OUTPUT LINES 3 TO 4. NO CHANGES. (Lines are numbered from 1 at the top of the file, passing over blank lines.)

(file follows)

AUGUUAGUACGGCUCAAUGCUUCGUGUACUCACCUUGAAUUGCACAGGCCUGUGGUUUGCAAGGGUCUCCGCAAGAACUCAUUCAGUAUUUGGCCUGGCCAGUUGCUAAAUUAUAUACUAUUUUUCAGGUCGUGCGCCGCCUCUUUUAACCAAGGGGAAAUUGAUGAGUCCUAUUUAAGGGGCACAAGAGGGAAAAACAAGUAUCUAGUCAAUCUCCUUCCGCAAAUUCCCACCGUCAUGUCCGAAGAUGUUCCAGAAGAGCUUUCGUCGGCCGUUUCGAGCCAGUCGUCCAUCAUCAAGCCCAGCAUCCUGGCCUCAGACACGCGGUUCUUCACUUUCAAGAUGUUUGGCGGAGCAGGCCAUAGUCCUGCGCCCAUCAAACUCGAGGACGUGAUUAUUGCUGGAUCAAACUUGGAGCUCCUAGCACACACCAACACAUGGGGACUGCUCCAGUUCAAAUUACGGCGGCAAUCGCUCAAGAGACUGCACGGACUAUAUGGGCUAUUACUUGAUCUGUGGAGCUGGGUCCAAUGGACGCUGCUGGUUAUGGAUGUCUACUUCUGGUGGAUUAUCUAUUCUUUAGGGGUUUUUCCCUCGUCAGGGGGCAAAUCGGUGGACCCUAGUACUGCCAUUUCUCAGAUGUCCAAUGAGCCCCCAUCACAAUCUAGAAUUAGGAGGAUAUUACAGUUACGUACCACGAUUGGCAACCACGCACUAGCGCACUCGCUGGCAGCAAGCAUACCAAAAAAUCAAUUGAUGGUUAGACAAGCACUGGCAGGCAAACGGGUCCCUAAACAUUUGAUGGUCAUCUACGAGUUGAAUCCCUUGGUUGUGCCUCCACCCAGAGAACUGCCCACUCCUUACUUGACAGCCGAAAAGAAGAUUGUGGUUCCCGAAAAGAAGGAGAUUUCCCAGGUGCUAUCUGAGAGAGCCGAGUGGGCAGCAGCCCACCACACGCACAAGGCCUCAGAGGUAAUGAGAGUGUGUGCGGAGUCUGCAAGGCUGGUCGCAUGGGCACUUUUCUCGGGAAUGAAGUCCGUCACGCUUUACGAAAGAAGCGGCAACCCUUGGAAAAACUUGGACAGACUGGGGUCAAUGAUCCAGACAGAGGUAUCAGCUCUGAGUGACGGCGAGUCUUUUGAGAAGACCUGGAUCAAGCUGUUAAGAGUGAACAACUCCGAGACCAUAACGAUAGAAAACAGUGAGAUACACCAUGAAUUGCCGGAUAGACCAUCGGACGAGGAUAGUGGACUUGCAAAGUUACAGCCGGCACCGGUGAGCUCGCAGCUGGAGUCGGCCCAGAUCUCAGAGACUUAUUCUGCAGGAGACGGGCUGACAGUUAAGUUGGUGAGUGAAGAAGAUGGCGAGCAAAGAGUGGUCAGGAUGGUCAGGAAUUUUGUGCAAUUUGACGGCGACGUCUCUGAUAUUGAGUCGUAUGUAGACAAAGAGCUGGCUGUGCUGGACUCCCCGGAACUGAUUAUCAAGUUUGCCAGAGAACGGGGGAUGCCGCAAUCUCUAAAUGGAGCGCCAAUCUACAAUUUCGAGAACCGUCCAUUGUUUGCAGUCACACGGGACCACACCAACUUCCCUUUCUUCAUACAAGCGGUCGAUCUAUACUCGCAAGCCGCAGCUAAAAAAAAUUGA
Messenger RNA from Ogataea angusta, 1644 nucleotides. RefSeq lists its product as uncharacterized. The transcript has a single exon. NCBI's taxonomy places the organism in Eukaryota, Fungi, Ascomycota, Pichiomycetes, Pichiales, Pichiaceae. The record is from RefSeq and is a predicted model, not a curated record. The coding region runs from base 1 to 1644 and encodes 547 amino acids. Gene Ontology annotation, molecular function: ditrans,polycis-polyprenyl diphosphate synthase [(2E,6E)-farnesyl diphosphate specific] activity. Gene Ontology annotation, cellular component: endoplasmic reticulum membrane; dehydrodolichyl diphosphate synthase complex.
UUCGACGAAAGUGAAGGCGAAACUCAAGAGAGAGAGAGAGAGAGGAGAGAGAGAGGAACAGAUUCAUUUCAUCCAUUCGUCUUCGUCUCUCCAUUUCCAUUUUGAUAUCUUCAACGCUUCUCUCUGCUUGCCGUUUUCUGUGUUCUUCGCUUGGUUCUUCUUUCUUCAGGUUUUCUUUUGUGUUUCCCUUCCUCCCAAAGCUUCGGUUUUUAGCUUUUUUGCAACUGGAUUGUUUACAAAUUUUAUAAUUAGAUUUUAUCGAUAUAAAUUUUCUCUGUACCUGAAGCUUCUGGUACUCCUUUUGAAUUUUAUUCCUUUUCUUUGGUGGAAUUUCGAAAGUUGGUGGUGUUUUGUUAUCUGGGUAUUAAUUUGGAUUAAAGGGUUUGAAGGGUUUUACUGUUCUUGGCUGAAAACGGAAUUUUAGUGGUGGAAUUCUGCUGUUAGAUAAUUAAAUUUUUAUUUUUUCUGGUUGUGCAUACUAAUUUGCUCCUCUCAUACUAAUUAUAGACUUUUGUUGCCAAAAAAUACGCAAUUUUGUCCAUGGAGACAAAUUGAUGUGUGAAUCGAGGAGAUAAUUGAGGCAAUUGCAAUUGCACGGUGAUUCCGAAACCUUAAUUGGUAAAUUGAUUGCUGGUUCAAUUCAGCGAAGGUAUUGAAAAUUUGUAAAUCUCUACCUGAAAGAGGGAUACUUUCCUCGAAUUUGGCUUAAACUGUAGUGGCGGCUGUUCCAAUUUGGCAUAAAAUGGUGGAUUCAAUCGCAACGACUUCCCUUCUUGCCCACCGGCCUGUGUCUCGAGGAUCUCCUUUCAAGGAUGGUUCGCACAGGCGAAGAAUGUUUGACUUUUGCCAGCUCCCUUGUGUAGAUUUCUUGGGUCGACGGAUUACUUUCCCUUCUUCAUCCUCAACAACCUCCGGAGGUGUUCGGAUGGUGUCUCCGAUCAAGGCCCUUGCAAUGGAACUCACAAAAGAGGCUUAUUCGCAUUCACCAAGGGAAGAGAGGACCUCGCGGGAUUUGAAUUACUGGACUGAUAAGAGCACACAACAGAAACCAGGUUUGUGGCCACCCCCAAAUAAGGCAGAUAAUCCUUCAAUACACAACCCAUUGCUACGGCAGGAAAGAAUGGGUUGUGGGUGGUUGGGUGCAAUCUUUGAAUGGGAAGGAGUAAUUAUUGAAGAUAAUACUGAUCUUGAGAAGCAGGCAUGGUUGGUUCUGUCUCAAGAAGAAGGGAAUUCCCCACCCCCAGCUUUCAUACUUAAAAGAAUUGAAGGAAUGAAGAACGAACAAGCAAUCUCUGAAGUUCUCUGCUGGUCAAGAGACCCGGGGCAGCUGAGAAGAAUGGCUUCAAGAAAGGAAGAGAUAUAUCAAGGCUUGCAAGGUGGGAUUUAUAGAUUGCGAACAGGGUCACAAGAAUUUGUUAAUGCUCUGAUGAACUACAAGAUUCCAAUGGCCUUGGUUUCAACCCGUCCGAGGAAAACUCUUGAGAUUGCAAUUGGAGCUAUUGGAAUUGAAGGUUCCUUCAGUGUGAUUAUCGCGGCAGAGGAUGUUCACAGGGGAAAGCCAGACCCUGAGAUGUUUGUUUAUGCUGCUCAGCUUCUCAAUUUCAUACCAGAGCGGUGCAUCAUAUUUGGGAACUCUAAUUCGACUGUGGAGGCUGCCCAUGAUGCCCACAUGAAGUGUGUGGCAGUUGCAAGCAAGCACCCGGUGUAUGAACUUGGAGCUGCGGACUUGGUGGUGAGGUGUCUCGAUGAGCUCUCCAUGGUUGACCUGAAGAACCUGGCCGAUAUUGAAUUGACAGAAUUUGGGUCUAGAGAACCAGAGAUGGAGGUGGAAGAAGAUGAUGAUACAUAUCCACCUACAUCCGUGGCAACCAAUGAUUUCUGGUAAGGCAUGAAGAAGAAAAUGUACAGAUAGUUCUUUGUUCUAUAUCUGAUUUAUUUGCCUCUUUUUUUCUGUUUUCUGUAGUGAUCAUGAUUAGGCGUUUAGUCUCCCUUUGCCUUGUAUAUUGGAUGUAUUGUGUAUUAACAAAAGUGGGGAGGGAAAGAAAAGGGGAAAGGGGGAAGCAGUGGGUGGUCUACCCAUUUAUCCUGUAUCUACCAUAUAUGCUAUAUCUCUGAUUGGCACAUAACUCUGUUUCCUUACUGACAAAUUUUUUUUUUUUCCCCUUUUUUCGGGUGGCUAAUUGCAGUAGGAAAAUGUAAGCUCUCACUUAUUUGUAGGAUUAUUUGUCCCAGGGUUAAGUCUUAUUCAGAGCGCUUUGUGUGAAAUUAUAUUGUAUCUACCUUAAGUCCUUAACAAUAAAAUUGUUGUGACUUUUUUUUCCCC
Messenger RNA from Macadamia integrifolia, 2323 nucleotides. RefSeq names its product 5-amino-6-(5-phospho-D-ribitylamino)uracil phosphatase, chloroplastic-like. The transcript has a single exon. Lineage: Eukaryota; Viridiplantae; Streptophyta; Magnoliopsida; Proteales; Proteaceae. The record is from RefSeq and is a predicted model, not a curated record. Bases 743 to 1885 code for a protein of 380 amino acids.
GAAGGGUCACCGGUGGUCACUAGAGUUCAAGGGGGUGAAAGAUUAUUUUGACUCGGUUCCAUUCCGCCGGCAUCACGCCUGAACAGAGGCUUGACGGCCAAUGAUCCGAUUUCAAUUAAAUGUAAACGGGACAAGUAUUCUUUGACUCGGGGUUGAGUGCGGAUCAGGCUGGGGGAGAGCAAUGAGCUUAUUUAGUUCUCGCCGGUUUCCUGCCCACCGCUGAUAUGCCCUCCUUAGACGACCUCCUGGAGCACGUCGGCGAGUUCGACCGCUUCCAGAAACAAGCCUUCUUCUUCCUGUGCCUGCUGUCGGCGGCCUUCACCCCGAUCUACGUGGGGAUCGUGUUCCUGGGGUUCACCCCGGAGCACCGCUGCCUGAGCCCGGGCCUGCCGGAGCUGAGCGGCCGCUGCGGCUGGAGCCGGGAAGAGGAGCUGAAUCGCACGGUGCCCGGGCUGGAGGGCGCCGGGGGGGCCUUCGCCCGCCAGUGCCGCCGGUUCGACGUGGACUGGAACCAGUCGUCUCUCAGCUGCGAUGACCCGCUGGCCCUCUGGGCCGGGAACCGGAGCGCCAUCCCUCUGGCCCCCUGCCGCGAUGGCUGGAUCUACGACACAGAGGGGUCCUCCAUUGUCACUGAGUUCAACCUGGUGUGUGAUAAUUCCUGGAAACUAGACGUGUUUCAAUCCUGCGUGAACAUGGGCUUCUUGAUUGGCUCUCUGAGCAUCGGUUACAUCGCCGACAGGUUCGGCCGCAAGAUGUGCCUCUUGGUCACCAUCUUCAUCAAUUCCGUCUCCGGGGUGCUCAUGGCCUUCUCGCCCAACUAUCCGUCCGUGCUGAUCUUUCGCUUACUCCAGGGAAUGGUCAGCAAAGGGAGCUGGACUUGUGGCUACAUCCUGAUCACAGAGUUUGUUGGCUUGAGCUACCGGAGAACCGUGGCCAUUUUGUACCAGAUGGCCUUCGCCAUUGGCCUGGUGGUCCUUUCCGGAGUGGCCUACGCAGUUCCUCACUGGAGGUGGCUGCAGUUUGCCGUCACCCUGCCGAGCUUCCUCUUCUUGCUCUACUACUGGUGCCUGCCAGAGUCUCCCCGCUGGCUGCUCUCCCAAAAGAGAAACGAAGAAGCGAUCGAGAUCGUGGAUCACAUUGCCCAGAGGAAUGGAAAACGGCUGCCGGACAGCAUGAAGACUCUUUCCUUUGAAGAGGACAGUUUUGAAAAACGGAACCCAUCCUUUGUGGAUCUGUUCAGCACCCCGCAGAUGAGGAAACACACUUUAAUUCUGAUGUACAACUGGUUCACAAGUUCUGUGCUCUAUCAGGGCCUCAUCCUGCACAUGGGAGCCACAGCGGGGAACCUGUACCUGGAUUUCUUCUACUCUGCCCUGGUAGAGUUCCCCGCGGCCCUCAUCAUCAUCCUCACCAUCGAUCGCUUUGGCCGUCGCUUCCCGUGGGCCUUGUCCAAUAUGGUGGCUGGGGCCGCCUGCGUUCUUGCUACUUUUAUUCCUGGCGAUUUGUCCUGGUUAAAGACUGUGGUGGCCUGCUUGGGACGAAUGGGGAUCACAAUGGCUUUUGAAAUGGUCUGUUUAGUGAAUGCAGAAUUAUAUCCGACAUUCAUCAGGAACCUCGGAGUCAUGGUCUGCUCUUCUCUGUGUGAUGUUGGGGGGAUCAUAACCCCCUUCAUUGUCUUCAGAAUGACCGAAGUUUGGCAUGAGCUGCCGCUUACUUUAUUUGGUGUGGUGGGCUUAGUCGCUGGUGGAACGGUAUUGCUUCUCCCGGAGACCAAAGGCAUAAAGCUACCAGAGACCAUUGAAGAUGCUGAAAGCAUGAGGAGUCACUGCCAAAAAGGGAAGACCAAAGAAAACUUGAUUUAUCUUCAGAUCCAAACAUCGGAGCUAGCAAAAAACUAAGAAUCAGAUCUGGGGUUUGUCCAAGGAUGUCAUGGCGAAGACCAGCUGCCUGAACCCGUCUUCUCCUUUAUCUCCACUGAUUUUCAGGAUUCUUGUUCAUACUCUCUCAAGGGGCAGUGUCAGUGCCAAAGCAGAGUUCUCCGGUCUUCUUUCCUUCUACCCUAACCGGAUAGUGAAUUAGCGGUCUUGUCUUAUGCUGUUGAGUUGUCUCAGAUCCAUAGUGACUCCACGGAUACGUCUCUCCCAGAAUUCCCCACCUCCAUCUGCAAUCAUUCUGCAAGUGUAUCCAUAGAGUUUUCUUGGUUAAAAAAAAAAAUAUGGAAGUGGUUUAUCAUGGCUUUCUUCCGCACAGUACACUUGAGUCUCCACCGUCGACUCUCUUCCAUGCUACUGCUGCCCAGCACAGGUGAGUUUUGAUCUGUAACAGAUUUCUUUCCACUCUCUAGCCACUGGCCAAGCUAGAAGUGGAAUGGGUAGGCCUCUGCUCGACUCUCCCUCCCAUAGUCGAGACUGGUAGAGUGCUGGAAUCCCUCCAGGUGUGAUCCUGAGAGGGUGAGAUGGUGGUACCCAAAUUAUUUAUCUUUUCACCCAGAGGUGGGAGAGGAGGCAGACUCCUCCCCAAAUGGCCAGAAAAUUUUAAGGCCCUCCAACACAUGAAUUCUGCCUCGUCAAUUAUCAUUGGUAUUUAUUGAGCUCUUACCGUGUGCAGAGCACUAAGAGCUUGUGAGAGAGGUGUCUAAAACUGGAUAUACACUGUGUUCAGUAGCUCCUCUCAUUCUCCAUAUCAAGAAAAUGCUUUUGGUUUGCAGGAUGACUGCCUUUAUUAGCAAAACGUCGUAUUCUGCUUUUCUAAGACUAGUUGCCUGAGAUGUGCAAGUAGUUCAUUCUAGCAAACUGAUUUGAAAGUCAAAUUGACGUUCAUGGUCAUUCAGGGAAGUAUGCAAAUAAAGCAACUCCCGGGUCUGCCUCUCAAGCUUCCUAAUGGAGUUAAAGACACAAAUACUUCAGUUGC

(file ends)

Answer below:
UUCGACGAAAGUGAAGGCGAAACUCAAGAGAGAGAGAGAGAGAGGAGAGAGAGAGGAACAGAUUCAUUUCAUCCAUUCGUCUUCGUCUCUCCAUUUCCAUUUUGAUAUCUUCAACGCUUCUCUCUGCUUGCCGUUUUCUGUGUUCUUCGCUUGGUUCUUCUUUCUUCAGGUUUUCUUUUGUGUUUCCCUUCCUCCCAAAGCUUCGGUUUUUAGCUUUUUUGCAACUGGAUUGUUUACAAAUUUUAUAAUUAGAUUUUAUCGAUAUAAAUUUUCUCUGUACCUGAAGCUUCUGGUACUCCUUUUGAAUUUUAUUCCUUUUCUUUGGUGGAAUUUCGAAAGUUGGUGGUGUUUUGUUAUCUGGGUAUUAAUUUGGAUUAAAGGGUUUGAAGGGUUUUACUGUUCUUGGCUGAAAACGGAAUUUUAGUGGUGGAAUUCUGCUGUUAGAUAAUUAAAUUUUUAUUUUUUCUGGUUGUGCAUACUAAUUUGCUCCUCUCAUACUAAUUAUAGACUUUUGUUGCCAAAAAAUACGCAAUUUUGUCCAUGGAGACAAAUUGAUGUGUGAAUCGAGGAGAUAAUUGAGGCAAUUGCAAUUGCACGGUGAUUCCGAAACCUUAAUUGGUAAAUUGAUUGCUGGUUCAAUUCAGCGAAGGUAUUGAAAAUUUGUAAAUCUCUACCUGAAAGAGGGAUACUUUCCUCGAAUUUGGCUUAAACUGUAGUGGCGGCUGUUCCAAUUUGGCAUAAAAUGGUGGAUUCAAUCGCAACGACUUCCCUUCUUGCCCACCGGCCUGUGUCUCGAGGAUCUCCUUUCAAGGAUGGUUCGCACAGGCGAAGAAUGUUUGACUUUUGCCAGCUCCCUUGUGUAGAUUUCUUGGGUCGACGGAUUACUUUCCCUUCUUCAUCCUCAACAACCUCCGGAGGUGUUCGGAUGGUGUCUCCGAUCAAGGCCCUUGCAAUGGAACUCACAAAAGAGGCUUAUUCGCAUUCACCAAGGGAAGAGAGGACCUCGCGGGAUUUGAAUUACUGGACUGAUAAGAGCACACAACAGAAACCAGGUUUGUGGCCACCCCCAAAUAAGGCAGAUAAUCCUUCAAUACACAACCCAUUGCUACGGCAGGAAAGAAUGGGUUGUGGGUGGUUGGGUGCAAUCUUUGAAUGGGAAGGAGUAAUUAUUGAAGAUAAUACUGAUCUUGAGAAGCAGGCAUGGUUGGUUCUGUCUCAAGAAGAAGGGAAUUCCCCACCCCCAGCUUUCAUACUUAAAAGAAUUGAAGGAAUGAAGAACGAACAAGCAAUCUCUGAAGUUCUCUGCUGGUCAAGAGACCCGGGGCAGCUGAGAAGAAUGGCUUCAAGAAAGGAAGAGAUAUAUCAAGGCUUGCAAGGUGGGAUUUAUAGAUUGCGAACAGGGUCACAAGAAUUUGUUAAUGCUCUGAUGAACUACAAGAUUCCAAUGGCCUUGGUUUCAACCCGUCCGAGGAAAACUCUUGAGAUUGCAAUUGGAGCUAUUGGAAUUGAAGGUUCCUUCAGUGUGAUUAUCGCGGCAGAGGAUGUUCACAGGGGAAAGCCAGACCCUGAGAUGUUUGUUUAUGCUGCUCAGCUUCUCAAUUUCAUACCAGAGCGGUGCAUCAUAUUUGGGAACUCUAAUUCGACUGUGGAGGCUGCCCAUGAUGCCCACAUGAAGUGUGUGGCAGUUGCAAGCAAGCACCCGGUGUAUGAACUUGGAGCUGCGGACUUGGUGGUGAGGUGUCUCGAUGAGCUCUCCAUGGUUGACCUGAAGAACCUGGCCGAUAUUGAAUUGACAGAAUUUGGGUCUAGAGAACCAGAGAUGGAGGUGGAAGAAGAUGAUGAUACAUAUCCACCUACAUCCGUGGCAACCAAUGAUUUCUGGUAAGGCAUGAAGAAGAAAAUGUACAGAUAGUUCUUUGUUCUAUAUCUGAUUUAUUUGCCUCUUUUUUUCUGUUUUCUGUAGUGAUCAUGAUUAGGCGUUUAGUCUCCCUUUGCCUUGUAUAUUGGAUGUAUUGUGUAUUAACAAAAGUGGGGAGGGAAAGAAAAGGGGAAAGGGGGAAGCAGUGGGUGGUCUACCCAUUUAUCCUGUAUCUACCAUAUAUGCUAUAUCUCUGAUUGGCACAUAACUCUGUUUCCUUACUGACAAAUUUUUUUUUUUUCCCCUUUUUUCGGGUGGCUAAUUGCAGUAGGAAAAUGUAAGCUCUCACUUAUUUGUAGGAUUAUUUGUCCCAGGGUUAAGUCUUAUUCAGAGCGCUUUGUGUGAAAUUAUAUUGUAUCUACCUUAAGUCCUUAACAAUAAAAUUGUUGUGACUUUUUUUUCCCC
Messenger RNA from Macadamia integrifolia, 2323 nucleotides. RefSeq names its product 5-amino-6-(5-phospho-D-ribitylamino)uracil phosphatase, chloroplastic-like. The transcript has a single exon. Lineage: Eukaryota; Viridiplantae; Streptophyta; Magnoliopsida; Proteales; Proteaceae. The record is from RefSeq and is a predicted model, not a curated record. Bases 743 to 1885 code for a protein of 380 amino acids.